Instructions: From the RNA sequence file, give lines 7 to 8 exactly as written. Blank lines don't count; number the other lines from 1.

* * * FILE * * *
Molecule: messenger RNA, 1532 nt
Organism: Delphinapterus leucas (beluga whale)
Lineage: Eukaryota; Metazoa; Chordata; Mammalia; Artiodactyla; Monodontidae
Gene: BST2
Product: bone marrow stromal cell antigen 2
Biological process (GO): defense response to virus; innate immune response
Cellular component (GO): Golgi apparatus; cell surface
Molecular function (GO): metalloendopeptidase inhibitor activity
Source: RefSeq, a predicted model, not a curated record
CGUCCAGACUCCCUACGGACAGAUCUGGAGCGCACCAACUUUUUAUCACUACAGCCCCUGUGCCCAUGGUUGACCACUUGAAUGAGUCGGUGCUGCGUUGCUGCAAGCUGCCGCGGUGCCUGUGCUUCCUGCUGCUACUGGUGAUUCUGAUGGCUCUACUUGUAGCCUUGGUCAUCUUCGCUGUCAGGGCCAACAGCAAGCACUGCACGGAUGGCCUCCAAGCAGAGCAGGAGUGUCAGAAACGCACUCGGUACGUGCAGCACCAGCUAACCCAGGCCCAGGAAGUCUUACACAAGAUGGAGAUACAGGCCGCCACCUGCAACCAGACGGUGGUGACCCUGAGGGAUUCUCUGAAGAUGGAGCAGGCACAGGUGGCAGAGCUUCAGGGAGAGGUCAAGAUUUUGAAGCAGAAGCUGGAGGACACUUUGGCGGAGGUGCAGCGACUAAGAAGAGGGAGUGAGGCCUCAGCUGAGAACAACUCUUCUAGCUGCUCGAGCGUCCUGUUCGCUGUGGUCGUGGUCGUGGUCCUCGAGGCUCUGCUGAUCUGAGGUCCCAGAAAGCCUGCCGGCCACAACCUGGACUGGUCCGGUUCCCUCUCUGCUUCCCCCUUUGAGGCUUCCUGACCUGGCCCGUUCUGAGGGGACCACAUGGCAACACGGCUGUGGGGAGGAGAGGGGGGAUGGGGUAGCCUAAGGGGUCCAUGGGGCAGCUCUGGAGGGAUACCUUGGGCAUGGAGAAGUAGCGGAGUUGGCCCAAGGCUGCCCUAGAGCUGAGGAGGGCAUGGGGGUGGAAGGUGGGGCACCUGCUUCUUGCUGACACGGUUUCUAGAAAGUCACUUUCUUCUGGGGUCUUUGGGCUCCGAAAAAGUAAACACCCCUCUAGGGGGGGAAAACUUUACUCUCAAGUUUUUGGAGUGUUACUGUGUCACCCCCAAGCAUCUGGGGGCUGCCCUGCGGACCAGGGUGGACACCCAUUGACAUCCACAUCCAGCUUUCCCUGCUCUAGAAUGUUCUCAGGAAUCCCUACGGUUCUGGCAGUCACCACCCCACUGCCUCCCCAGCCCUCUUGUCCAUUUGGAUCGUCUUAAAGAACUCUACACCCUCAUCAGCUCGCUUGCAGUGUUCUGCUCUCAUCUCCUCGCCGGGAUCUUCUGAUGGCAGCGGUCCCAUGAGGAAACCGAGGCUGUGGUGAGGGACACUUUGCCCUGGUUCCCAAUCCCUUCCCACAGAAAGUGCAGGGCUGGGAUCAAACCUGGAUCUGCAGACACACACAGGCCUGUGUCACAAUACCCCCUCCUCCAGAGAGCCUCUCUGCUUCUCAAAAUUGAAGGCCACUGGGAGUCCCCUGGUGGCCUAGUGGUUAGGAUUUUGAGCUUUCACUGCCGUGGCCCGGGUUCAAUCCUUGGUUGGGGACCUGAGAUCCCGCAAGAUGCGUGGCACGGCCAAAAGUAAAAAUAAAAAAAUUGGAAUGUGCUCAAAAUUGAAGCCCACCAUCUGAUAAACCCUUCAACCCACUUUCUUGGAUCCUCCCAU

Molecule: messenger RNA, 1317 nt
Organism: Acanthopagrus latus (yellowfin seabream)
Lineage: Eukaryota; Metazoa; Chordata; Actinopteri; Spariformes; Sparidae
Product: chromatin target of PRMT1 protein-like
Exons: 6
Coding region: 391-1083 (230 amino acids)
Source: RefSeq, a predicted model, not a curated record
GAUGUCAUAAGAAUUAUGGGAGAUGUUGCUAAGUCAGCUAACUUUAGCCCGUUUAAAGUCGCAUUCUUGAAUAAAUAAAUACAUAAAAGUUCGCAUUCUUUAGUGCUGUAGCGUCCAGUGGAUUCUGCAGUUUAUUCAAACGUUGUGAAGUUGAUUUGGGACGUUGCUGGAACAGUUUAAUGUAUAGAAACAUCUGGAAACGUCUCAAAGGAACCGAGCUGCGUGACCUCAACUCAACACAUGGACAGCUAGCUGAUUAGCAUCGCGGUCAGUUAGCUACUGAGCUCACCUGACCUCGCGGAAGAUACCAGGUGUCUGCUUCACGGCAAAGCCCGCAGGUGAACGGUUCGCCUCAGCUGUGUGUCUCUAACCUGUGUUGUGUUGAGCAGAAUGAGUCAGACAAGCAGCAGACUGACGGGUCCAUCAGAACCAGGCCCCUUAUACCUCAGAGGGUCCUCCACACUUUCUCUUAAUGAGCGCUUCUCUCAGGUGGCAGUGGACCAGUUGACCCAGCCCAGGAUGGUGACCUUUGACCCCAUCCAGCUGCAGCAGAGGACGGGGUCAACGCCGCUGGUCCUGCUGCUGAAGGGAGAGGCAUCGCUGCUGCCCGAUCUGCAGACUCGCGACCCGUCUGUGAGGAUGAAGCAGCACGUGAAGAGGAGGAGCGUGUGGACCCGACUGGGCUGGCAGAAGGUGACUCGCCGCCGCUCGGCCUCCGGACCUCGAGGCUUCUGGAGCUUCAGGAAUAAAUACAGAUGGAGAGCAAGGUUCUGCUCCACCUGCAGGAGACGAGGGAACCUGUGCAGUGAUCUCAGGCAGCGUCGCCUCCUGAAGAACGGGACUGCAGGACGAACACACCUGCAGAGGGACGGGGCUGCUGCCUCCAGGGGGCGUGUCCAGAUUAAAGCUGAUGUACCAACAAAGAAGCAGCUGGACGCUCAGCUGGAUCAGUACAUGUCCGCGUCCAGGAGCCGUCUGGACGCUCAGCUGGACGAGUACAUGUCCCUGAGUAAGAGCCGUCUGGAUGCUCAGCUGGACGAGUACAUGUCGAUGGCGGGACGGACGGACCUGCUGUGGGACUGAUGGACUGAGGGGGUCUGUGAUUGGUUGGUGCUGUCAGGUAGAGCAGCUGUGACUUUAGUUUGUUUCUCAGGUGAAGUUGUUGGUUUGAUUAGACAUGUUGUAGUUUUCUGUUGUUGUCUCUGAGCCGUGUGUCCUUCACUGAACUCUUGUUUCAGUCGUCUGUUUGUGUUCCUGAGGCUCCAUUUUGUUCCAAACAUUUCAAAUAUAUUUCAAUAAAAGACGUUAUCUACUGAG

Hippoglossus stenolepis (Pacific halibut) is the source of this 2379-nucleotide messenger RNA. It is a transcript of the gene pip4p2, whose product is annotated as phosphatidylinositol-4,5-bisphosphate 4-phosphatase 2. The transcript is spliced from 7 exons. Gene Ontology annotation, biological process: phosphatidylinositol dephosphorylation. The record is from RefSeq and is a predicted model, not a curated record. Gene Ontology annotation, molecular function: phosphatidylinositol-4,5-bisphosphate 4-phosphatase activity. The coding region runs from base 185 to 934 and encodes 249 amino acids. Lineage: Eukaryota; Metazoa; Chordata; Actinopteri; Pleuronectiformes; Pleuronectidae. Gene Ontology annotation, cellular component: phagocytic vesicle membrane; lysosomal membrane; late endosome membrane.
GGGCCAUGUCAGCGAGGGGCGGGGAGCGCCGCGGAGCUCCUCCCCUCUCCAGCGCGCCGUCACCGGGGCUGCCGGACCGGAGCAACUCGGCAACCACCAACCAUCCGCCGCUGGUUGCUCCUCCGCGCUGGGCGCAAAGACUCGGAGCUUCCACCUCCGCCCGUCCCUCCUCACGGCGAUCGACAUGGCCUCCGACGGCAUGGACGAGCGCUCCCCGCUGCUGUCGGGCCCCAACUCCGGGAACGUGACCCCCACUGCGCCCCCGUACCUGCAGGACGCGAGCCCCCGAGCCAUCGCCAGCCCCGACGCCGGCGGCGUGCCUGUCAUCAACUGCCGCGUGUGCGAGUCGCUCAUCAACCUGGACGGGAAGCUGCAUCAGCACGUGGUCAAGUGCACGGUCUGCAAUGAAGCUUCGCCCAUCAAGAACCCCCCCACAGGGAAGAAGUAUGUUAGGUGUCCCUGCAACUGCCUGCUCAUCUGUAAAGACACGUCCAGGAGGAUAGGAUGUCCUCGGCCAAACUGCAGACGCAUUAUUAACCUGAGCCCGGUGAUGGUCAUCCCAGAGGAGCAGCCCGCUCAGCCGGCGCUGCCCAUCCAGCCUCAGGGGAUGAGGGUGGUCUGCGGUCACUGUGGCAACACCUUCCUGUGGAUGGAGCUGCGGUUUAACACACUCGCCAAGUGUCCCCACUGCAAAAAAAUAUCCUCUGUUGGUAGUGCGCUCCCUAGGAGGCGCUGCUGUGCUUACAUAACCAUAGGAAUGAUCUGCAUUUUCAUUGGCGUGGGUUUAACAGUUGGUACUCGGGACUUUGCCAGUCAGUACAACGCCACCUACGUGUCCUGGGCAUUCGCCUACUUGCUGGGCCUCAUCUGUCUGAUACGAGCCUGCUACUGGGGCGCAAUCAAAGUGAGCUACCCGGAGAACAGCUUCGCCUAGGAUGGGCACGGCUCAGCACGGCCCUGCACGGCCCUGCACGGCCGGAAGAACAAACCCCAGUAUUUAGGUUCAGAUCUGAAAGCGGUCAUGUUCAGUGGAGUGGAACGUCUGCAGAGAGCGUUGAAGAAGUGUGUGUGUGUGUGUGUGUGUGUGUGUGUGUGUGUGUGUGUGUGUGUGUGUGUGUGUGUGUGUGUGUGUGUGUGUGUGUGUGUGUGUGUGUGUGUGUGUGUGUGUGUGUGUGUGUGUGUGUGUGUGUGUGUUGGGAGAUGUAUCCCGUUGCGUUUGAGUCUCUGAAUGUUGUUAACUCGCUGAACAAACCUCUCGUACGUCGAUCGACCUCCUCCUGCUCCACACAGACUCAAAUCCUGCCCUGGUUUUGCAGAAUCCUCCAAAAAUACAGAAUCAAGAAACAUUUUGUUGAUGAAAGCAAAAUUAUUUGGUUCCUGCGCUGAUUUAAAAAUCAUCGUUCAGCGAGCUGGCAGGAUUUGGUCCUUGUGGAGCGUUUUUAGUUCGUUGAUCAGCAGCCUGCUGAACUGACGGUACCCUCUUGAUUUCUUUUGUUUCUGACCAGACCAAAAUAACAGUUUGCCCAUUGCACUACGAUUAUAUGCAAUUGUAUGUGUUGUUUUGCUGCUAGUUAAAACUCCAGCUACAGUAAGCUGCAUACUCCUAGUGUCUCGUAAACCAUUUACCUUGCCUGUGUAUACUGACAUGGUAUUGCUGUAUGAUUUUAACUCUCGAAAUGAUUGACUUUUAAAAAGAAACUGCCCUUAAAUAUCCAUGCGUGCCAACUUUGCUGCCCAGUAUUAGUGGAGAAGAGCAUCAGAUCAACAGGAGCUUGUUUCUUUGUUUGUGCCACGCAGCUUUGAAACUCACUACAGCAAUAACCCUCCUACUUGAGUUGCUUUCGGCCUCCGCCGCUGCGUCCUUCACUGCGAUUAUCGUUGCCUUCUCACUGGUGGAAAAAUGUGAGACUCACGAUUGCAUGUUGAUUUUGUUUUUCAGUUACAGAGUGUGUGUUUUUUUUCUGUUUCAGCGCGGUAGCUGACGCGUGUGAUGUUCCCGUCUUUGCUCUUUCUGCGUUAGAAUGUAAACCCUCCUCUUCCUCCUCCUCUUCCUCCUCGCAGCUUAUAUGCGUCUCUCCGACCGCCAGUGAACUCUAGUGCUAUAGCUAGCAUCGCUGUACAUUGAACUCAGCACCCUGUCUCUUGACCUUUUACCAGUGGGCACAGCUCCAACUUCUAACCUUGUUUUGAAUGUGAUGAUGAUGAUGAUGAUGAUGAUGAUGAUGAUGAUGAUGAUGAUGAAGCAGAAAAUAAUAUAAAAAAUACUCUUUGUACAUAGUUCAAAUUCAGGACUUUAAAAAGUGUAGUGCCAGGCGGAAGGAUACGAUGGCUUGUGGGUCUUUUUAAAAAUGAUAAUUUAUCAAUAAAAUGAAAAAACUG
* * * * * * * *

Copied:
Cellular component (GO): Golgi apparatus; cell surface
Molecular function (GO): metalloendopeptidase inhibitor activity